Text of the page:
In 1937, Mussolini’s Cinecittà created the Grand Epic ‘Scipione l’africano’, the film adaptation of Scipio Africano’s victory over Hannibal at the 202 BC Battle of Zama. The film included over 7,000 extras, 1,000 horses and 50 elephants. It was Mussolini’s inspiration to the Italian people for a victory in Ethiopia.
Although the film did receive good reviews, ultimately it was about as successful as the Ethiopian War.
The 1938 film ‘Luciano Serra, Pilota’ was received a little better. This was a story of a WWI pilot who retires to America after the war but returns to Italy to fight for the glory of Italy in the Ethiopian War.
By 1943, the Studio had already produced 279 films. Although Mussolini made an effort to censor American films, in truth, he loved Hollywood, especially the Hal Roach comedies. Il Duce was a big fan of Laurel and Hardy films and in 1937, he actually convinced Hal Roach to take his son, Vittorio, and teach him the art of making good comedies.
In 1937, Roach considered Mussolini the greatest statesman in the world. In 1939, when Italy and Germany signed the Pact of Steel, Hal Roach was pie in the face embarrassed, but by then, Vittorio was back in Rome and now in charge of film production at Cinecittà.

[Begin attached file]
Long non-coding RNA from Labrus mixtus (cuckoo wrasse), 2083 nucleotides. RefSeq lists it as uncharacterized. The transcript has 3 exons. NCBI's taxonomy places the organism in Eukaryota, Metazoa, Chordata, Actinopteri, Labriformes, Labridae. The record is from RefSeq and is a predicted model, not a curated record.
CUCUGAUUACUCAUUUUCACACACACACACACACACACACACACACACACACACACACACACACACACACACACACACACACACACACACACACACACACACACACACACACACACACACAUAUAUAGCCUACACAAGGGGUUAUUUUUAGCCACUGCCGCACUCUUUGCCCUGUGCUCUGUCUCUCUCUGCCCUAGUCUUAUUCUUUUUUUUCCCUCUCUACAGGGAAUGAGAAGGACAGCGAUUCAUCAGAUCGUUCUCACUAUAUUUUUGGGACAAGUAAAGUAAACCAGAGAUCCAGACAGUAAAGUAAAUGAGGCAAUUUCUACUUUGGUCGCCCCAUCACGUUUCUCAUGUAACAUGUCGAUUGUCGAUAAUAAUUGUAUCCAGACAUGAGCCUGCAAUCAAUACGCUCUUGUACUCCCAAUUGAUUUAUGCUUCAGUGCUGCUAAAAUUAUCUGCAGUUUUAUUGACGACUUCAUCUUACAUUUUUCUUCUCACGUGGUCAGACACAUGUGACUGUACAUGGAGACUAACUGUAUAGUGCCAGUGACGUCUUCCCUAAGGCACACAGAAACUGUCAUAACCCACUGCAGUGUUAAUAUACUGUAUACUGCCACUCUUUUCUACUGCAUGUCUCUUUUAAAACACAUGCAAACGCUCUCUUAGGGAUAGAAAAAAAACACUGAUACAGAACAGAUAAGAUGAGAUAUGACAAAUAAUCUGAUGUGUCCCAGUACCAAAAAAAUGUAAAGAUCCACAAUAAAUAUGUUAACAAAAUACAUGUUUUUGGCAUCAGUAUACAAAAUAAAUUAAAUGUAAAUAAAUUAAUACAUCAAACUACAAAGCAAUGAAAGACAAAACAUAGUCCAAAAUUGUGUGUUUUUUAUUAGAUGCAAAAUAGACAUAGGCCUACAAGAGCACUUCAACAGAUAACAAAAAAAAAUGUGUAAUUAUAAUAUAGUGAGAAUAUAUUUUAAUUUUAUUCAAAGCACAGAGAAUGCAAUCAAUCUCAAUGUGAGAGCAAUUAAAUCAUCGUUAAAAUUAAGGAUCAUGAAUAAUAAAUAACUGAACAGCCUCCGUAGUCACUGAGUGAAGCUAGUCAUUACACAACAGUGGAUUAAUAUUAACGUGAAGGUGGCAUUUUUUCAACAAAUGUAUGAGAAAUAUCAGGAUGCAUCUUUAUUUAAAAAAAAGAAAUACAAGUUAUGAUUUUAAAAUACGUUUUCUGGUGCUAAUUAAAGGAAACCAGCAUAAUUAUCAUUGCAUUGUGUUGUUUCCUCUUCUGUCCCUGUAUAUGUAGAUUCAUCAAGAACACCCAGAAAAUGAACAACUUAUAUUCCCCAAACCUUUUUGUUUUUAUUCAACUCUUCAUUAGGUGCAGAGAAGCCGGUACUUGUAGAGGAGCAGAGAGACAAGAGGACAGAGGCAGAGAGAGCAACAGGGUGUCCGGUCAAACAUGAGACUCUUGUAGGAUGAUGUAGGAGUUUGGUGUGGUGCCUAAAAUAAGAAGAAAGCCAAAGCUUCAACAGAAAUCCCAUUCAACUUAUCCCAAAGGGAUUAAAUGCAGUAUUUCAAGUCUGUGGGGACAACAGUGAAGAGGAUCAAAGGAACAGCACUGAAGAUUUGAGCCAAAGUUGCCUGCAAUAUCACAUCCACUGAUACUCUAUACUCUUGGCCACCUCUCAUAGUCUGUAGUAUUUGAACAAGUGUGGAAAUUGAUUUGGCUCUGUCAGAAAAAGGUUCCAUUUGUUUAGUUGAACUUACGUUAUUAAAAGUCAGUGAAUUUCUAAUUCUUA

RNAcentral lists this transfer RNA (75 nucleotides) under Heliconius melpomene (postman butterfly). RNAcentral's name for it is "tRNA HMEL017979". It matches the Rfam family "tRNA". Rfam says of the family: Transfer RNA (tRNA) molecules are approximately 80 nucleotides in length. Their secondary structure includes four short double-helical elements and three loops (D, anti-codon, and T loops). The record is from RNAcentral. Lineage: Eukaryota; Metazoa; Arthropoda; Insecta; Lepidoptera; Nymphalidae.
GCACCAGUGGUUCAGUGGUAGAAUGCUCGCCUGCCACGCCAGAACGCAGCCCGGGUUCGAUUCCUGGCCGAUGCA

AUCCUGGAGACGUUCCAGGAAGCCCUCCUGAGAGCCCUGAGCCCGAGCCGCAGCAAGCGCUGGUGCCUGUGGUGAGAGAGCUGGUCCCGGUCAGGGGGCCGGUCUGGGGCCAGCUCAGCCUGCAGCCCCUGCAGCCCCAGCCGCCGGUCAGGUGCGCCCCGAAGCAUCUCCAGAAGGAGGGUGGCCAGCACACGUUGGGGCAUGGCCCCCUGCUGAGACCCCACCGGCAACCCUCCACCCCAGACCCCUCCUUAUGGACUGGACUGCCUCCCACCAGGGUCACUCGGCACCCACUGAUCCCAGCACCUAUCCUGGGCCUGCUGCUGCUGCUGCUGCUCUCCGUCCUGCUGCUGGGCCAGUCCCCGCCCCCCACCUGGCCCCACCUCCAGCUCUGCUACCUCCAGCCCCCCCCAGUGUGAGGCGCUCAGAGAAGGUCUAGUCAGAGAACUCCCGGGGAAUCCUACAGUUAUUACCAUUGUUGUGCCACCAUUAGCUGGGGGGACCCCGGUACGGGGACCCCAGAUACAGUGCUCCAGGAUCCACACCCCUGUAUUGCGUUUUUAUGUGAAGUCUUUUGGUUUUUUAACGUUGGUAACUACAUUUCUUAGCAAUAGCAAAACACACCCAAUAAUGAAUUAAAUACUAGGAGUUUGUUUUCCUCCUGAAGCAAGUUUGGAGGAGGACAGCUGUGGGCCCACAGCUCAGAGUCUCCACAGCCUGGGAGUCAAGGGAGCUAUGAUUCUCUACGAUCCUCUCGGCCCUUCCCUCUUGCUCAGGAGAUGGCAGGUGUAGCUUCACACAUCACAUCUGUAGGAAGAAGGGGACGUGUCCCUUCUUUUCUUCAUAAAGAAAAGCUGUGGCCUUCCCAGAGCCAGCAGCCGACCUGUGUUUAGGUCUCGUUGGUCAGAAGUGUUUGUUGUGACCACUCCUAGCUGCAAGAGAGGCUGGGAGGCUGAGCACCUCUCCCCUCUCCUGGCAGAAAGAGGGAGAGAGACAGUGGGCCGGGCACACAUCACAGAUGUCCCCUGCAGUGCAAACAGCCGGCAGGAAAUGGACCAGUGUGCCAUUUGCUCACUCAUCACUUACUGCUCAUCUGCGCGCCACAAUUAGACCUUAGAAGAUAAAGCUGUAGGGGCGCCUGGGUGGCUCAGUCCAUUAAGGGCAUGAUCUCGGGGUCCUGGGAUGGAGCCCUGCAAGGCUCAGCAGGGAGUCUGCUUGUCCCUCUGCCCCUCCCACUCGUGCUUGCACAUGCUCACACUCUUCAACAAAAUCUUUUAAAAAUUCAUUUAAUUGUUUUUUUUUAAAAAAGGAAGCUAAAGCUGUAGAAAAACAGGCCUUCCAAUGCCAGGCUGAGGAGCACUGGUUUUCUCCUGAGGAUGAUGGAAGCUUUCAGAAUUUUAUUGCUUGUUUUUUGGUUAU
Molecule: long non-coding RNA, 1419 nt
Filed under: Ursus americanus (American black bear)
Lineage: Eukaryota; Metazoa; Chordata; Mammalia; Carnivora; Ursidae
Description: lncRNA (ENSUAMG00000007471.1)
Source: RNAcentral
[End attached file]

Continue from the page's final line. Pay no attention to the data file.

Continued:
Most of the films created between 1938 and 1943 were comedic escape films. The great Italian comedic actor Alberto Sordi, who got his start in 1937 as the Italian voice of Oliver Hardy, was one of the Cinecittà stars.
Sordi first role was in ‘Scipione l’africano. From there his career spanned 7 decades, working until 1998.
The other great Italian comedic actor of the day was Totò (Prince Antonio Focas Flavio Angelo Ducas Comneno De Curtis di Bisanzio Gagliardi). Totò was considered the Italian Charlie Chaplin.
He was an amazing talent who made close to 100 films during a career that spanned close to 50 years.
In 1943, the Germans seized and looted theCinecittà studios.
In 1945, Cinecittà was bombed by Allied war planes and by 1947, the studio hangars were filled with displaced Roman citizens who lost their homes during the 1945 bombings.
The studio lot became a homeless shelter for thousands of displaced people.
The 1943 Luchino Visconti film ‘Obsession’ might be credited as the first film of Italian Neorealism but it was Roberto Rosselini’s 1945 film ‘Rome, Open City’ that ignited the spark of the post war realistic films.